Editor's note: This is one in a weekly series of profiles on locally owned and operated businesses in Southern Oregon.
What do you do and how long have you been doing it? We design, develop, manufacture, sell and market high technology professional music and audio products. MV Pro Audio started in 2007 and Buchla has been around for 50 years; I bought the company with two partners in Australia last year.
Business: MV Pro Audio
Owner: Michael Maran
Website: mvproaudio.com and buchla.com
How long have you lived in the Rogue Valley? We moved to Grants Pass from Santa Barbara in April 2012.
What inspired you to go into this line of work? I've been a musician all of my life. I was always involved in music and audio from the time I was a little kid, and I just sort of let the industry take me where it might. I've always had an interest in music and a bent for technology and followed it to companies with the latest and greatest products and those introducing new products.
What decision or action would you change if you could do it again? We re-examine ourselves every day. Everything is a growth and learning process. I think I might have considered getting outside funding instead of doing bootstrapping with our own money. That, of course, would have put us on a different path and different issues than we have addressed. It would have allowed us to do more aggressive marketing and take greater risk with inventory and things that have cost-factors associated with them. It would have been less expensive shipping with less exposure to foreign currency fluctuations. If I'm purchasing something from Germany, I might wait until the euro was lower and then buy a year's supply of something, rather than the leaner just-in-time approach we use.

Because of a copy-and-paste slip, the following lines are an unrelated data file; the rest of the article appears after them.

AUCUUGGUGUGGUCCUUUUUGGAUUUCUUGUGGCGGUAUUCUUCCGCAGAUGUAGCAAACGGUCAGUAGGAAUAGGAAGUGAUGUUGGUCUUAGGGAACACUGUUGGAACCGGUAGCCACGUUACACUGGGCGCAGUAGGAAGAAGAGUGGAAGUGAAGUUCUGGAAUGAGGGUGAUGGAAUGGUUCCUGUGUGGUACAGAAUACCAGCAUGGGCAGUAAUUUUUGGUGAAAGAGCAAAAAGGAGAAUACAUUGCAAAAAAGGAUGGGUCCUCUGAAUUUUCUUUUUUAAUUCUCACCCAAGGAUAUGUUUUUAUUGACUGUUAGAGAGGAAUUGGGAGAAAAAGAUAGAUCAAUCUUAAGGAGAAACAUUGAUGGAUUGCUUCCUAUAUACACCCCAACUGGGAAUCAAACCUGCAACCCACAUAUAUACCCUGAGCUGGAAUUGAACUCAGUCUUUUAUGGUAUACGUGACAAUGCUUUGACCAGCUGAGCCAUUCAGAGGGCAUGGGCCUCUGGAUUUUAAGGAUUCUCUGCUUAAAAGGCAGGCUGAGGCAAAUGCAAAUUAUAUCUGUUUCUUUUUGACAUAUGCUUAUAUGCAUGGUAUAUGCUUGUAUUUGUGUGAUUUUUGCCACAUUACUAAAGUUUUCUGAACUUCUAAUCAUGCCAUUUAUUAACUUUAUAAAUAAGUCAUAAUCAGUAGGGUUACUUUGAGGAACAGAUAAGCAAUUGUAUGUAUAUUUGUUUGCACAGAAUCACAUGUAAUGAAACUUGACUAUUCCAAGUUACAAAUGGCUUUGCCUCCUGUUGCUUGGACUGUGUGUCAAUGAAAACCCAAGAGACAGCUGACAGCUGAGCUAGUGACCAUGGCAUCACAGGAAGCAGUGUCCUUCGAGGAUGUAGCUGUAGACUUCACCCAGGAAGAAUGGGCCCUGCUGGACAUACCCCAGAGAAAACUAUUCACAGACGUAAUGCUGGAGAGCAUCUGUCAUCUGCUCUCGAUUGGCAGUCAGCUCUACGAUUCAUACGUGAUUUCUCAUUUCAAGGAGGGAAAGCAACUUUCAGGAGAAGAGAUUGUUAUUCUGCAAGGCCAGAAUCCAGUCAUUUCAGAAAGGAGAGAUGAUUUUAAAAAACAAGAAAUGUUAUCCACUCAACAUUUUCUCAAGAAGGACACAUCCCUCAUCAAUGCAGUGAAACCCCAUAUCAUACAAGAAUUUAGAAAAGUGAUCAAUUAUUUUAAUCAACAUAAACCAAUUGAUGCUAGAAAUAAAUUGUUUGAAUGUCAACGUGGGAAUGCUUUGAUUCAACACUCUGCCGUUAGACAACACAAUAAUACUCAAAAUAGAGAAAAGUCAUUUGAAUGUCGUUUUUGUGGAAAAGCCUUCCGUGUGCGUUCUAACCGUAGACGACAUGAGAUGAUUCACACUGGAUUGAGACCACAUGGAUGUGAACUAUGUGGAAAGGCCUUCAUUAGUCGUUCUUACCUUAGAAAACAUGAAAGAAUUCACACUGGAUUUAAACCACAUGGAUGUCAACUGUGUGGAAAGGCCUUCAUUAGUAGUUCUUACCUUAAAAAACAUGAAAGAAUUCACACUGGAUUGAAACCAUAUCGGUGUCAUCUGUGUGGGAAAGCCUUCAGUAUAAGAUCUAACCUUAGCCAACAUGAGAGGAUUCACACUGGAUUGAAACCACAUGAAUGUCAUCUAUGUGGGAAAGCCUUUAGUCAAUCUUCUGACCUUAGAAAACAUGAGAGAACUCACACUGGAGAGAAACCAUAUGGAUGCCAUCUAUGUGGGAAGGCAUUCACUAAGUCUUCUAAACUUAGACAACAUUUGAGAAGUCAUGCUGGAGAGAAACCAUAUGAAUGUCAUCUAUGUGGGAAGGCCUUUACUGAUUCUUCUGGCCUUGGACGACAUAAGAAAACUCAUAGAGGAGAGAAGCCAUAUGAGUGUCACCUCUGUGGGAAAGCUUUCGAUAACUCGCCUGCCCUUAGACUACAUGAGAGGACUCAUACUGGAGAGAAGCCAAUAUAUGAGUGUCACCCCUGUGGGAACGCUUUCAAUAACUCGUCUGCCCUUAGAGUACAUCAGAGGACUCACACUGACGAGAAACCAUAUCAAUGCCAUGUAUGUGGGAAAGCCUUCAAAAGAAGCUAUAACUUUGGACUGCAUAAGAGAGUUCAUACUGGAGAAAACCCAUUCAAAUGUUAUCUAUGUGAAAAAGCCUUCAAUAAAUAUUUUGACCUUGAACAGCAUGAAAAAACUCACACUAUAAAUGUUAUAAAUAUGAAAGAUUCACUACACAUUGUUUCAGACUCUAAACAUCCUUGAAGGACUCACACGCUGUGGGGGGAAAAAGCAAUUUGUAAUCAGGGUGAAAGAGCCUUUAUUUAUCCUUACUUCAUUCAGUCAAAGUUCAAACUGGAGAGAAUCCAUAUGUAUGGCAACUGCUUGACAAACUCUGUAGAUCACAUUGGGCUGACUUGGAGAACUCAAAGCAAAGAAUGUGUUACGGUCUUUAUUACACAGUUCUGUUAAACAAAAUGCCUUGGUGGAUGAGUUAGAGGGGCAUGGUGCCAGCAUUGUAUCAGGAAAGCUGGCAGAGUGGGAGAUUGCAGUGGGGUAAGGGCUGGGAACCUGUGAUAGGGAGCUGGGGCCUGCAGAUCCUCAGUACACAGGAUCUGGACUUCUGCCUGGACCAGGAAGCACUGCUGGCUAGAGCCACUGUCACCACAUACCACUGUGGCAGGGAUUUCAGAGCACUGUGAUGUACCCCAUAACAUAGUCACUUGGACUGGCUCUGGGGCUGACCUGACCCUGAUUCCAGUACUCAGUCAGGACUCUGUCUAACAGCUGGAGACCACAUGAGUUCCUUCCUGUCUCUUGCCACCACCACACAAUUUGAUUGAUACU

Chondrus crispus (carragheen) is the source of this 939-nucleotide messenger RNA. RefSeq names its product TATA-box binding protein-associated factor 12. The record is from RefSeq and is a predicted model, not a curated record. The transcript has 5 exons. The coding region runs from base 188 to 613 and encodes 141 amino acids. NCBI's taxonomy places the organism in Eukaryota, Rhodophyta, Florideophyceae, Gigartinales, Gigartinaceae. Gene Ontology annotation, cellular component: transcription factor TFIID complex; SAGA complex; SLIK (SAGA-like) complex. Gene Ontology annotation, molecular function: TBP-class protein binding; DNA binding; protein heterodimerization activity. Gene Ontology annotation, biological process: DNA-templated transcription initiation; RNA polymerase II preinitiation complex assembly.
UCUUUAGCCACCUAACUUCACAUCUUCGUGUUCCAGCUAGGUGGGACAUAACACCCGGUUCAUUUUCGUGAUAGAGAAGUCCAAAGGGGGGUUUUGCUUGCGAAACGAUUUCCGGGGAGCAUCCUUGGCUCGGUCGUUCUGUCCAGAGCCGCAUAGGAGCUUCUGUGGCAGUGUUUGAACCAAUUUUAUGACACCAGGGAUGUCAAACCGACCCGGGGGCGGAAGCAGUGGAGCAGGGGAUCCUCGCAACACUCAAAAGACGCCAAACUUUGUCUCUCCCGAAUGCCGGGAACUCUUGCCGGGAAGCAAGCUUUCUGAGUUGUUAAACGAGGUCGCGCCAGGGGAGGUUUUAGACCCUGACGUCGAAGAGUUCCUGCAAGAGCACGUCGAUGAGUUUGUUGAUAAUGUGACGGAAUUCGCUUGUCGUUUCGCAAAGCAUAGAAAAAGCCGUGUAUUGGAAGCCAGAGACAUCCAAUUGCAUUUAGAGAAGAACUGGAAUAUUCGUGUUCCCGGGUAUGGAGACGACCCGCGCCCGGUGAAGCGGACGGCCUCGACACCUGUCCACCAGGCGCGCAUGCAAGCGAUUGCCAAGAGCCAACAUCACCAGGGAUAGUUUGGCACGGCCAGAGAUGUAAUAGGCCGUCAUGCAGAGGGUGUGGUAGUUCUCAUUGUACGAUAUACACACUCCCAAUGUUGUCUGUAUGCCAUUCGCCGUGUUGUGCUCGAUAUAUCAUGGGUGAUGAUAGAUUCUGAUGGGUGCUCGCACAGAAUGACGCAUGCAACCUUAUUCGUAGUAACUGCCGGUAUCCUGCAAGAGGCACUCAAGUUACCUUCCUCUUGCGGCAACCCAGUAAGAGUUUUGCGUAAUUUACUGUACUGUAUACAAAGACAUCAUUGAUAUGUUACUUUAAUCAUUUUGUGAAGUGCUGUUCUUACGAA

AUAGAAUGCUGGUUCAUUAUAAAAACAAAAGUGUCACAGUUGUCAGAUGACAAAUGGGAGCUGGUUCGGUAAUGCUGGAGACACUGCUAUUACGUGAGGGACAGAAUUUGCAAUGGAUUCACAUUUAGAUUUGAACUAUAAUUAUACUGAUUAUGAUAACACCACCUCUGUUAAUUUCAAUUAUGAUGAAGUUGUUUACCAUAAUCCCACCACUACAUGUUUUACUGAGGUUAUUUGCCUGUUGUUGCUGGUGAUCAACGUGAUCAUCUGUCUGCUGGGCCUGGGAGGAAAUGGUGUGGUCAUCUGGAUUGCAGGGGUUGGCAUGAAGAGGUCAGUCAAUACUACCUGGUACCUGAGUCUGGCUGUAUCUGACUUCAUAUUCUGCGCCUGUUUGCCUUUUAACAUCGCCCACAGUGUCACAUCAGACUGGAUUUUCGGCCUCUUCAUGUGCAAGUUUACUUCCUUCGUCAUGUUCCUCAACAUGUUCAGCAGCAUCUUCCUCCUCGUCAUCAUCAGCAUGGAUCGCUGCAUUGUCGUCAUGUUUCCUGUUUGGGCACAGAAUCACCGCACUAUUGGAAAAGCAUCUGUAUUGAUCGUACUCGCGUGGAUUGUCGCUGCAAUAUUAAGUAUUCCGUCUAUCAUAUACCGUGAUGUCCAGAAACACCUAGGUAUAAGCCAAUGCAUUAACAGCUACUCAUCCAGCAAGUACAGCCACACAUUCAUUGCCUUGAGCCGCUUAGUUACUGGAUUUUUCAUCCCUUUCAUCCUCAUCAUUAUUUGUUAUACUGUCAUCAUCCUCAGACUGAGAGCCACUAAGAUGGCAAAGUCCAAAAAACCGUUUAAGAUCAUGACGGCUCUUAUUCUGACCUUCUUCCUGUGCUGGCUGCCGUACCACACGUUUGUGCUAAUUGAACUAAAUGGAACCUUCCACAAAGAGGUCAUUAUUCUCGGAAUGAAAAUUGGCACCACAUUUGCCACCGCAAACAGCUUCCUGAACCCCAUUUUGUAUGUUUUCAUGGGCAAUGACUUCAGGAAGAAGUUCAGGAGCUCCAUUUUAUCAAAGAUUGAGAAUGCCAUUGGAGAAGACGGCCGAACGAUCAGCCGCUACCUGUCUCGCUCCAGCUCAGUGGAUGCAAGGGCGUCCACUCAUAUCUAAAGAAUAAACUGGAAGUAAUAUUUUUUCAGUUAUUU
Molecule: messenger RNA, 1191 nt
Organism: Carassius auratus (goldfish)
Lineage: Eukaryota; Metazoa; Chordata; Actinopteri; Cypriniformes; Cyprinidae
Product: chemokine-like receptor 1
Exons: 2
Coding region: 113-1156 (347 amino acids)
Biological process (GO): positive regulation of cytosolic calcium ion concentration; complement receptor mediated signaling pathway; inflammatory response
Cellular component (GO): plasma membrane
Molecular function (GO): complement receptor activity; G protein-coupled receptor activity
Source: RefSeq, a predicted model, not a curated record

What's the toughest business decision you've made? Employees and personnel. It's always a challenge to get both talented people and people who can work together as a team. It's a matter of keeping a lot of balls in the air all the time.
Who are your competitors? Anyone who makes professional music and audio equipment. Yamaha and Roland are among them. So much of the industry is based on instruments that are by nature unique to the player, so everyone is competition. Buchla makes very advanced music synthesizers; they're sound-sculpting tools of great depth, variety and capability. The analogy would be an artist's pallet. We do a similar kind of thing in the electronic sound world. We sell a lot of studio and live performance tools, manipulating sound for recording and live performance such as compressors, mixing boxes and monitor controllers.
What are your goals? We plan to have a considerably larger company in five years. We came to the Rogue Valley very specifically to grow the company both in revenue and number of employees. The other component of that is attracting and retaining local employees. The U.S., Europe and Asia are our three major markets. We sell any place music is made, and I see it becoming more and more globalized. We have companies around the world that are extremely comfortable dealing with us in the U.S. Between PayPal, Skype, and emails and other types of communications available, people have no problem dealing with us. Don Buchla was the co-inventor of the synthesizer. He's getting along in years and contacted me a while back to see if a deal could be put together to purchase the company. In our industry there are father figures, and technology has driven the industry for many years with innovation and new capabilities. Buchla technology certainly qualifies with its industry-driving technology. We have the opportunity not only to continue the legacy but to expand the intellectual property to the next generation of instruments and processing tools.
What training or education did you need? I grew up on the cutting edge of the technology and was in the room as it was invented. There weren't really schools to learn about synthesizers — it was more about timing. There is not training for it. For quite a few years, I was the technical editor for one of the industry journals — Keyboard Magazine.
What's your advice for budding entrepreneurs? Learn how to get by with no sleep. It's a big, huge cliche, but the devil is in the details. If you are going to be an entrepreneur, you have to know everything about your business. You have to be responsible for the details and make sure they happen. It's a nonstop endeavor — you can't say I don't have to worry about the details today — you have to own them every day.
To suggest ideas for this column, about businesses that are at least five years old, contact reporter Greg Stiles at 541-776-4463 or email email@example.com.